LAST WEEK, Netflix dropped its latest docuseries, At Home with the Furys, a nine-episode rollercoaster that looks at the everyday life of one Tyson Fury and his family. While this might not be that exciting for hardcore boxing fans (it’s more Keeping Up with the Kardashians than it is Showtime: All Access) but it is notable for a British fighter to have this much exposure on an entertainment juggernaut like Netflix. At the time of this writing, At Home with the Furys is the most-watched show on the platform in the UK.
The premise of the show is how Fury and his family live after he has retired from boxing. Of course, we now know that he very much hasn’t hung up his gloves, so some of the scenes that ponder on whether or not he’ll box again are outdated, but it doesn’t make the show redundant.
In fact, Tyson isn’t really the star of the show. It’s his wife, Paris, and their children that make this a thoroughly entertaining watch. And where the docuseries truly succeeds in its focus on Tyson is how it covers his various mental health issues. Because, as a husband and father, those issues don’t just affect him but also his family.
Those reading this will likely know that Tyson was diagnosed as bipolar several years ago and struggles with depression and anxiety. He has battled substance abuse and suicidal ideations. But knowing about these problems and actually seeing how they manifest in someone’s life are two very different things. At one point, Tyson randomly tries to book a trip to Pompeii, only to discover there are no airports there. It’s initially played for a laugh until, seconds later, Paris explains how Tyson’s bipolar causes manic episodes. Paris and the children, in effecting pieces to camera, talk about how his mental health battles impact them.
So, although the series was filmed at a time when Fury had not actually retired from boxing, it did still address what is perhaps the biggest question in his life: what happens when he does, eventually, leave the sport for good? He’s spoken at length about how training and fighting keep the demons at bay, so what will happen when he can no longer do those things? The good news, as this show highlights, is that Paris and their children are rather incredible at supporting him. Paris, in particular, is a force of nature and over the course of the nine episodes it’s made clear not only how successful she’s been within her own career, but how strong she has been for her family. She is remarkably unflappable and only loses her temper a couple of times during the series, despite the endless chaos ensuing around her.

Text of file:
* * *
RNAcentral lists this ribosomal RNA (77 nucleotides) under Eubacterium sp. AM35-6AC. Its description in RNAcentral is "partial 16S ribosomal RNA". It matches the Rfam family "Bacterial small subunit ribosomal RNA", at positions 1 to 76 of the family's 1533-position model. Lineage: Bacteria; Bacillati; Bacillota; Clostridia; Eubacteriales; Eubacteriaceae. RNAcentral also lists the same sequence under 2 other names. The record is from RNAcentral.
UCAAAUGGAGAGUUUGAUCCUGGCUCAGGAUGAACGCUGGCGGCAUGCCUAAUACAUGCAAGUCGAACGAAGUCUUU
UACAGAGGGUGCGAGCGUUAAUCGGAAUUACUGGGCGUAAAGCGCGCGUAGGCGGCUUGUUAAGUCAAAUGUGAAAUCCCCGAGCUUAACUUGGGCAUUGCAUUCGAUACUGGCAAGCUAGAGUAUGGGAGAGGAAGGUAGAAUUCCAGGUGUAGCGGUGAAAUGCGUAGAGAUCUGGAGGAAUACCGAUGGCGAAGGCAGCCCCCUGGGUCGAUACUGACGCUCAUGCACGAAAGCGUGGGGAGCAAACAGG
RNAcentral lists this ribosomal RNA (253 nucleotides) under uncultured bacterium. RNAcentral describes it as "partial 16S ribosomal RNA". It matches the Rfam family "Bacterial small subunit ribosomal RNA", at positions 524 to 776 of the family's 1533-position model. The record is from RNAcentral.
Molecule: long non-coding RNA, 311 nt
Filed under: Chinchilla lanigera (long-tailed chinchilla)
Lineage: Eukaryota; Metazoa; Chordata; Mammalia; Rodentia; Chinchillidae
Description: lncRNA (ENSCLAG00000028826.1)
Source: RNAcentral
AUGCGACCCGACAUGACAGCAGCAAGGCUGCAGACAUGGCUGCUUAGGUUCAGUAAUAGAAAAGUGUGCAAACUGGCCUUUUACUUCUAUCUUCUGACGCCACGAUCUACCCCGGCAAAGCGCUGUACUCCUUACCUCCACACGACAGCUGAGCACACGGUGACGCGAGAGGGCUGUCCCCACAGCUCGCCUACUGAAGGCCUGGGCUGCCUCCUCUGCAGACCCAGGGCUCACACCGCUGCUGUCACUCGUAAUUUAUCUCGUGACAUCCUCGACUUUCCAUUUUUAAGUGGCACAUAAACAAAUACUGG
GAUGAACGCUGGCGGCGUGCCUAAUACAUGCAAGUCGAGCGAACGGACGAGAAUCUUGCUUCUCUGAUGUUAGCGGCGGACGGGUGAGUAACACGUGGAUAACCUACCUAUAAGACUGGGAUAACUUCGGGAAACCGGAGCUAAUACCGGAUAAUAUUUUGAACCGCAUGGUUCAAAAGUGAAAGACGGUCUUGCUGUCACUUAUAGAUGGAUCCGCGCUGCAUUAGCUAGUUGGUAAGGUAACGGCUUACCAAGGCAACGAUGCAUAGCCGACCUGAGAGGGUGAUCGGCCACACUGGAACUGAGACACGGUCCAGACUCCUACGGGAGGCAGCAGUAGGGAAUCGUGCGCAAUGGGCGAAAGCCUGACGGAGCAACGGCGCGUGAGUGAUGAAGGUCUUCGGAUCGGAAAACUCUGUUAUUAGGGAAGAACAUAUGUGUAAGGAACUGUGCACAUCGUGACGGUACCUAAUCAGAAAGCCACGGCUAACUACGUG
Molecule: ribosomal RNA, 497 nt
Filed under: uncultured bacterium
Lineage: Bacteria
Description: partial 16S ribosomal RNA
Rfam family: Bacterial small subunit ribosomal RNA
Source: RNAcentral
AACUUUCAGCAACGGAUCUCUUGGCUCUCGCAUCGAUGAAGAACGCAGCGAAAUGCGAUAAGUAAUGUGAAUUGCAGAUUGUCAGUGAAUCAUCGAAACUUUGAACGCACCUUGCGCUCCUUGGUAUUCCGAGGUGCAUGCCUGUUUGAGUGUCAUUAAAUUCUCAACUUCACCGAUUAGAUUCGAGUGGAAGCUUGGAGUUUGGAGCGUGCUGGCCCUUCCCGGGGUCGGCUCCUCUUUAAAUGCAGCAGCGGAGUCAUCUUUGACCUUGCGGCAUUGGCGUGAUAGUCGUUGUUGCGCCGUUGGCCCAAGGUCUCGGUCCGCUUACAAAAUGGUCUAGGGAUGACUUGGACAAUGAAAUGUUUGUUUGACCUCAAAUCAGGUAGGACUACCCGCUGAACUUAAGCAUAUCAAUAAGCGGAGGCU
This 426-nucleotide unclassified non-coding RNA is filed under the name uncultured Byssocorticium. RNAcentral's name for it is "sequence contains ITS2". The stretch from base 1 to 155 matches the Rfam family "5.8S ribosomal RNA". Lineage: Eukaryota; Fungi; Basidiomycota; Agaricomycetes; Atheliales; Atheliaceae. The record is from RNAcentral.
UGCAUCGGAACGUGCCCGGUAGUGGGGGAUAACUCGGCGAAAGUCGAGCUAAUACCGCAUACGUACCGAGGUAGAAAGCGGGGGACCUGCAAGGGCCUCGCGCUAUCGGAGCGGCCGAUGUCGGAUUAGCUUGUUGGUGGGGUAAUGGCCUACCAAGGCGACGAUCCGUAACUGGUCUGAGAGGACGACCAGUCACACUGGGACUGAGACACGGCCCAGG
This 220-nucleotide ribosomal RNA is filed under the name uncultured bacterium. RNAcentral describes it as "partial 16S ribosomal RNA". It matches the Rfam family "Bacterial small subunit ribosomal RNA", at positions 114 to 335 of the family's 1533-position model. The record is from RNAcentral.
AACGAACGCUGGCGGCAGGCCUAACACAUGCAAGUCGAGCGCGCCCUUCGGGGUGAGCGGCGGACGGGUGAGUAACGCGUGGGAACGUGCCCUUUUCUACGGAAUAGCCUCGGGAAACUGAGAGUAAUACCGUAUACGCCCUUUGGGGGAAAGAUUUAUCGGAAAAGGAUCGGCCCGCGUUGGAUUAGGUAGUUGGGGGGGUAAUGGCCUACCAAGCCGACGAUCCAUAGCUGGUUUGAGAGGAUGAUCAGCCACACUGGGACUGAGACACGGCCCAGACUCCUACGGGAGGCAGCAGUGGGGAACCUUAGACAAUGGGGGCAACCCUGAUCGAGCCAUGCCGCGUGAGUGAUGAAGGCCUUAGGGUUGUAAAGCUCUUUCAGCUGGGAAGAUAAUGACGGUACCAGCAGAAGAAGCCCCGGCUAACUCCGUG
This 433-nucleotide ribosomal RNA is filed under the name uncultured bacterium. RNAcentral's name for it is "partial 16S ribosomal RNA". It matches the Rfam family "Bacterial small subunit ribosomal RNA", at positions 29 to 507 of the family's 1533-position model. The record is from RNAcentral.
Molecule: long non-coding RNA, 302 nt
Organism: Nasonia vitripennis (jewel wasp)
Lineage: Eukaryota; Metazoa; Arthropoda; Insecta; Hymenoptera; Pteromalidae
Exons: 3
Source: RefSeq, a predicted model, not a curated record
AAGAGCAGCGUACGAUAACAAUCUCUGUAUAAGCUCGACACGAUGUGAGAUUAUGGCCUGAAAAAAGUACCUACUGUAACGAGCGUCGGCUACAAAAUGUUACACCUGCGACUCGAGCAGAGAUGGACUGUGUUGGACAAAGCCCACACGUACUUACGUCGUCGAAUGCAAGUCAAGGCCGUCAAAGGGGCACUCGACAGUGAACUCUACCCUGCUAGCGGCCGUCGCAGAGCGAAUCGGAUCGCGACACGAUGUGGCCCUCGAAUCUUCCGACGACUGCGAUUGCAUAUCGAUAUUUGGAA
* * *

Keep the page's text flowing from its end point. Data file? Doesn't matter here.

Often, when sports stars have docuseries made about them there are almost no revelations. A recent limited series looking at the past few years of Conor McGregor’s life for example (also produced by Netflix) offered up very little of anything new for those already familiar with him. But At Home with the Furys is different, and it’s probably because Tyson’s boxing career is not the focus. Even the most well-versed Fury fan will get something fresh from it.
Over the past couple of weeks we’ve seen something that should have happened years ago: Terence Crawford on a legitimate media tour. Though ruthless in the ring, Crawford is notoriously mild-mannered when dealing with the media and this has been to the detriment of his market value at times. But, since spectacularly dismantling Errol Spence Jnr a few weeks ago, ‘Bud’ has made appearances on countless podcasts, YouTube channels and media outlets. It’s the sort of exposure he has deserved for years. He’s clearly more comfortable speaking with the media now and expressing more of his personality.
And, having beaten the best of the best in the numerous weight classes he’s operated in to date, Crawford now has his sights set on the biggest fights possible. He spoke of his desire to move to 168lbs – jumping three weight divisions in the process – and face Canelo Alvarez. And given who he’s faced and what he’s achieved so far, you’d be remiss to think he’s just paying lip service.
Canelo himself has also been out with the media promoting his upcoming bout with Jermell Charlo who, funnily enough, is taking a leap across two weight classes to face the Mexican superstar. Canelo, now 33 but who has been fighting professionally since he was about 15, declared that he intends to carry on fighting for at least another four or five years. Some have reacted with surprise, given how much money Alvarez has earned throughout his glittering career and how he does seem to be on the decline. It of course raises the age-old question of when fighters should retire – and if someone should make that decision for them – but if there is any current fighter who has earned the right to close out their career on their own terms, it’s Canelo Alvarez.
We’ve known about the benefits of evidence-based strength and conditioning within boxing for years now, and the practice has evolved immeasurably. The New York Times published an interesting interview with Larry Wade, a S&C coach who comes from a track and field background. He currently works with the likes of Robeisy Ramirez, and previously whipped Shawn Porter into shape when he was fighting.
The article looks at the different training methods used for fighters but it also highlights a trend which has seen more and more athletics champions move into careers as S&C coaches for fighters, utilising their knowledge of explosive and anaerobic training.
Boxing on the Box
Oleksandr Usyk-Daniel Dubois
TNT Sports Box Office
Coverage begins at 6pm
Jared Anderson-Andriy Rudenko
Sky Sports Arena
Coverage begins at 2.30am
Oscar Collazo-Garen Diagan
Coverage begins at 1am